Dear Sacred Heart and St. Mary’s,
This weekend we celebrate May 1st, the feast of St. Joseph the Worker. In this year Pope Francis has dedicated to St. Joseph, I want to turn again to his example of both the dignity of work and fatherhood. That example sheds light on the ways in which God wants to be present in our work and our vocation. I quote here a part of a 1983 homily from St. John Paul II on the feast of St. Joseph. https://www.catholicculture.org/culture/library/view.cfm?id=3329
“Today the Church is honoring St. Joseph, the “just man”, who in the humility of the shop in Nazareth by the work of his own hands, provides support for the Holy Family. Today, therefore, is above all the day of men of work. To you, therefore, workers, farmers, artisans, fishermen, to you workers of the land and the sea, who with daily sweat earn what is necessary for your families, I wish to address in a special way my thought and my word in order to point out for your reflection the example of one who, having shared your experience, can understand your problems; take up your anxieties, direct your efforts toward the building of a better future.
Saint Joseph stands before you as a man of faith and prayer. The Liturgy applies to him the word of God in Psalm 89: “He shall say of me, ‘You are my father, my God, the rock, my Savior'” (v. 27). O yes: how many times in the course of long days of work would Joseph have raised his mind to God to invoke him, to offer him his toil, to implore light, help, comfort. How many times! Well then, this man, who with his whole life seemed to cry out to God: “You are my father”, receives this most special grace: the Son of God on earth treats him as his father.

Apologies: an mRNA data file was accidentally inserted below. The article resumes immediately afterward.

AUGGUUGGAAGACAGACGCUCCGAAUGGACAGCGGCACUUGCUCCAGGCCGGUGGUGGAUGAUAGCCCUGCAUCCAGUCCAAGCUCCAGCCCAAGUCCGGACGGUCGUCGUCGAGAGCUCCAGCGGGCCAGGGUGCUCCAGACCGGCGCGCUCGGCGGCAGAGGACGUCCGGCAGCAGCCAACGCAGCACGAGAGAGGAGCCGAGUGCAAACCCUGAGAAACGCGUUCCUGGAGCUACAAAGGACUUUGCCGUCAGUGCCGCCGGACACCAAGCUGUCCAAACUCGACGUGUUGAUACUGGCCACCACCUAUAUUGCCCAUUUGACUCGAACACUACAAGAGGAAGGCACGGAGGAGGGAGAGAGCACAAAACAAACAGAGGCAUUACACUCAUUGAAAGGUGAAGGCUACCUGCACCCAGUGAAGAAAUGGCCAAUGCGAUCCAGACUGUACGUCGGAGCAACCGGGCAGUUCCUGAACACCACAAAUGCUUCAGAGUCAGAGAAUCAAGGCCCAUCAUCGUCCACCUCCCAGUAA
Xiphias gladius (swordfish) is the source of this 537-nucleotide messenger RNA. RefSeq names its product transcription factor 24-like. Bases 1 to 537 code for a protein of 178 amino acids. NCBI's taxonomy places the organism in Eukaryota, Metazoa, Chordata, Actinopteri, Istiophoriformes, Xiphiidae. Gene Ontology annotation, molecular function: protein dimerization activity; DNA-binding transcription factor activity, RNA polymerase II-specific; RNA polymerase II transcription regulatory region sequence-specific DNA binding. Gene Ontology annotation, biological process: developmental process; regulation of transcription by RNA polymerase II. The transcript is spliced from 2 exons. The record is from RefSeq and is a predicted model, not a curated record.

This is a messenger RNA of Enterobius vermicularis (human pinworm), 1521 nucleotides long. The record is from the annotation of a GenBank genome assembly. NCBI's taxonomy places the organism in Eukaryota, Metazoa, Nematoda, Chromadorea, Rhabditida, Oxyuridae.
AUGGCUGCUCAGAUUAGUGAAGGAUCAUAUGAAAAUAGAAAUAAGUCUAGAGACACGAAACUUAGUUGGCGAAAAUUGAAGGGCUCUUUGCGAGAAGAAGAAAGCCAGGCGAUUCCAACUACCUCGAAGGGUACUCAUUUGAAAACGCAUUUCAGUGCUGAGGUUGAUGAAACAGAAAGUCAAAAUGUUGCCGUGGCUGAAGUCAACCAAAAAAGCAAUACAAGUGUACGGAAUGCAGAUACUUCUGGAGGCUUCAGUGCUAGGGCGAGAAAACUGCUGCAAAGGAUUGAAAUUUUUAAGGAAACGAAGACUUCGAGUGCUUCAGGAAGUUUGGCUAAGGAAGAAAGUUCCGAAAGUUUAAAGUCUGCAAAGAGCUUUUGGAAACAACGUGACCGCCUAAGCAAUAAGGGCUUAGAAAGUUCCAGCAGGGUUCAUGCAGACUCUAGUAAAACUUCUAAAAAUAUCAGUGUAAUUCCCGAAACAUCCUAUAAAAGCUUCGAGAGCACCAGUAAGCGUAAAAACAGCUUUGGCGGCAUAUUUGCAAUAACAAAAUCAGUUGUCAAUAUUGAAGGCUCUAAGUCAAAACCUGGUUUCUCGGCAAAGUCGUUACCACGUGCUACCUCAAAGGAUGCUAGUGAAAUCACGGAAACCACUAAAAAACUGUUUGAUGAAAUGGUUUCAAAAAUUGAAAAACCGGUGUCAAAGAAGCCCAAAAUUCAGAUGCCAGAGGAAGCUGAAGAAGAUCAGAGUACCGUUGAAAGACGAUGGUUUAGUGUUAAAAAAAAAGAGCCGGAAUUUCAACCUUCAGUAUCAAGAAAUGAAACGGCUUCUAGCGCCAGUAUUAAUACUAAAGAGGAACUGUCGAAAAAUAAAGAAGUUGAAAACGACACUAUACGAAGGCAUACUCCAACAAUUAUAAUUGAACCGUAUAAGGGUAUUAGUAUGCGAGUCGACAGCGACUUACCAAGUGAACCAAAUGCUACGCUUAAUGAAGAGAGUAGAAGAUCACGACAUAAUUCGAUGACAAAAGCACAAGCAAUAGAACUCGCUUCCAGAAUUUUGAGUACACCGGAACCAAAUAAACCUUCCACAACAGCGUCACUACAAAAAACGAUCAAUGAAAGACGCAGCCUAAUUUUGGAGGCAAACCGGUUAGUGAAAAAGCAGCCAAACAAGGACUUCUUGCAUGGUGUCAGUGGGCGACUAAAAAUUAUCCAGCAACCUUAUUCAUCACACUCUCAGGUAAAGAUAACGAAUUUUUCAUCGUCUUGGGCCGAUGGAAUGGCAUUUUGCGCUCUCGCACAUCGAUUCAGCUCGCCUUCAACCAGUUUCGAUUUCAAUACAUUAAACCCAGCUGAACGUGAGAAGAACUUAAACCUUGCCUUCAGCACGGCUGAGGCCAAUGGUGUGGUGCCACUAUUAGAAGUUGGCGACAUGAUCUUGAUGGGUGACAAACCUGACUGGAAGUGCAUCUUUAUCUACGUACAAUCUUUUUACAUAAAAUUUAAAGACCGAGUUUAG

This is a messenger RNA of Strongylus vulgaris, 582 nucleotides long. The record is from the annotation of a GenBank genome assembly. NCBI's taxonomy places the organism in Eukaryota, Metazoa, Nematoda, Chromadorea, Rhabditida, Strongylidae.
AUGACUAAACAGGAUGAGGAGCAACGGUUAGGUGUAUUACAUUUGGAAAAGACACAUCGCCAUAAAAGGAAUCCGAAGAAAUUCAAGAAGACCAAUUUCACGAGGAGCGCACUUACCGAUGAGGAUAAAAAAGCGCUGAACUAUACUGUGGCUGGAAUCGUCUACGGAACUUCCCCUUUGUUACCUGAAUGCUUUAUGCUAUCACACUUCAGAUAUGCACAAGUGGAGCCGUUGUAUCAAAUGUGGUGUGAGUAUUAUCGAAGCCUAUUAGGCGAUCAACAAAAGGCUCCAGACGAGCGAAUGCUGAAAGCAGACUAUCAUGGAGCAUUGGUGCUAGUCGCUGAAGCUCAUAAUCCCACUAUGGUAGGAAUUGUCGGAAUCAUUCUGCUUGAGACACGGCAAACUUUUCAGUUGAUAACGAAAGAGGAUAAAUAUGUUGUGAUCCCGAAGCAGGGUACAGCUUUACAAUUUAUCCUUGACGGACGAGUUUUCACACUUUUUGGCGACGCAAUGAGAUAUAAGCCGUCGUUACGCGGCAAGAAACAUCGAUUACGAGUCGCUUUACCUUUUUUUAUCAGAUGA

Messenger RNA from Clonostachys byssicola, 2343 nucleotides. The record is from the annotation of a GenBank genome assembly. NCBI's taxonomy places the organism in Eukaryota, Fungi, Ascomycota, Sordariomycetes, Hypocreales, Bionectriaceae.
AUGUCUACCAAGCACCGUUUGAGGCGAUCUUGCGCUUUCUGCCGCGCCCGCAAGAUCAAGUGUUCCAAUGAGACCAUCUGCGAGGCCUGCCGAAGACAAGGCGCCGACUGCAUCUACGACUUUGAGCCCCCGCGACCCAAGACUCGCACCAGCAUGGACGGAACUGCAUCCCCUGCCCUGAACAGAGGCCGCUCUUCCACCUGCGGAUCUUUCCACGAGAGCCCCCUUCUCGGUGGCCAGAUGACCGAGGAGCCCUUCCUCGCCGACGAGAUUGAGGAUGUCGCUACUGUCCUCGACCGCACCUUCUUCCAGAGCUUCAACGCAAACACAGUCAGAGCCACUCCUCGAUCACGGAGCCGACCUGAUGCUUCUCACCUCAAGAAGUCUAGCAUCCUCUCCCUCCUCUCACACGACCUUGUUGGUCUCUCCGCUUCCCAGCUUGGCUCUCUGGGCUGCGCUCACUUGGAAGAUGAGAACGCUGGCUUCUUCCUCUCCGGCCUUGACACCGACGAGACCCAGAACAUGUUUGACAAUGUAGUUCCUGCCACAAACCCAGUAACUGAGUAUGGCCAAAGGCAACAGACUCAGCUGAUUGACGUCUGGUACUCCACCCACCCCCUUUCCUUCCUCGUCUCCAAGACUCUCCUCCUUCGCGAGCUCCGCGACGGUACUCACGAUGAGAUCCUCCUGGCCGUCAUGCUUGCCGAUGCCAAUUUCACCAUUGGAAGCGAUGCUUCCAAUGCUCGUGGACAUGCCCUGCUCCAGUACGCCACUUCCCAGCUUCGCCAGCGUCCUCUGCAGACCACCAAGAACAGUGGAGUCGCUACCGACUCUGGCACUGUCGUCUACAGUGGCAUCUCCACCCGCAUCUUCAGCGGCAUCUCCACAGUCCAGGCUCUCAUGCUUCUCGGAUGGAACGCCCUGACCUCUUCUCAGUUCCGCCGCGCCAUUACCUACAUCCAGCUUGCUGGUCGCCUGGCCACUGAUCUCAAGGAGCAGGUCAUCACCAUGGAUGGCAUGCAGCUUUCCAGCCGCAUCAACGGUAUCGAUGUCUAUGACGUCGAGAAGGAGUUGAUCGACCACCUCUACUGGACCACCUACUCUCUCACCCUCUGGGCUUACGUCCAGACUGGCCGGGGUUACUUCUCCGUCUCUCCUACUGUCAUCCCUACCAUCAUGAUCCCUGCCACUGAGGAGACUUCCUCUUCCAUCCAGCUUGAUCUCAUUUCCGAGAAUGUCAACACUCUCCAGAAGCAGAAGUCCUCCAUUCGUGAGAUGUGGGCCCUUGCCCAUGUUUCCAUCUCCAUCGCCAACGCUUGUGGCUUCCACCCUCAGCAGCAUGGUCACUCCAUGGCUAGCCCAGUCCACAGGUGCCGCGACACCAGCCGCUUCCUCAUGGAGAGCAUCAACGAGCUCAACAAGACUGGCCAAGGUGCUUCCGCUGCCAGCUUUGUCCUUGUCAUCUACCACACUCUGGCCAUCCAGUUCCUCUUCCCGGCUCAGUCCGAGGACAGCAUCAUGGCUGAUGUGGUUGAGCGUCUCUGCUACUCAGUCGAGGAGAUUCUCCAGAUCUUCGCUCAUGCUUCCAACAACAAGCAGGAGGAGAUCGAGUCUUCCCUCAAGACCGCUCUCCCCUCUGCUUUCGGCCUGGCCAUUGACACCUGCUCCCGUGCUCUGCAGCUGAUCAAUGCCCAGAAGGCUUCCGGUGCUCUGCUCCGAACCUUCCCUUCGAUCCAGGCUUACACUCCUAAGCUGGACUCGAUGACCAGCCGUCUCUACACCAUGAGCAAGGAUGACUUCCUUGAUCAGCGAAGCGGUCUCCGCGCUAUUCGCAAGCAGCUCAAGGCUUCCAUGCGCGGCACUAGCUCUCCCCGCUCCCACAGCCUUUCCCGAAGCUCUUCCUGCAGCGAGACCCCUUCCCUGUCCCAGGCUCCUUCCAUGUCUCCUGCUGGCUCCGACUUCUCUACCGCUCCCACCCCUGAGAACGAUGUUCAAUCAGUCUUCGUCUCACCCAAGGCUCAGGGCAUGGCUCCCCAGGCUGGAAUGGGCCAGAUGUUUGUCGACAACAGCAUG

Joseph invokes God with all the ardor of his soul as a believer: “my Father”, and Jesus, who worked at his side with the tools of a carpenter, addressed him calling him “father”.
A profound mystery: Christ, who as God directly experienced the divine fatherhood in the bosom of the Most Blessed Trinity, had this experience as a man through the person of Joseph, his foster father. And Joseph in his turn, in the home in Nazareth, offered the child who was growing beside him the support of his well-balanced virility, his far-sightedness, his courage, his gifts which every good father has, deriving them from that supreme source “from whom every family in heaven and on earth takes its name” (Eph 3:15).
The great role of fatherhood
A great role, this role of fatherhood, which not a few parents today have tried to abdicate, opting for a relationship on a par with their children, which ends up depriving the children of that psychological support and that moral backing which they need to successfully get through the precarious stage of childhood and early adolescence. Someone has said that today we are experiencing the crisis of a “fatherless society”. We notice ever more clearly the need to be able to count on fathers who can fulfill their role, combining tenderness with seriousness, understanding with strictness, camaraderie with the exercise of authority, because only in this way will children be able to grow harmoniously, overcoming their fears and preparing themselves to meet courageously the unknown factors in life.
But where, dear fathers, will you be able to draw the energy necessary to assume in various circumstances the right attitude that your children, even without knowing it, expect from you? Saint Joseph offers you the answer to this: it is in God, the source of all fatherhood, it is in his way of acting with men, which is revealed to us by Sacred Scripture that you can find the model of a fatherhood capable of making a positive impression on the educational process of your children, not smothering their spontaneity on the one hand, nor abandoning their still immature personality to the traumatizing experiences of insecurity and loneliness on the other.”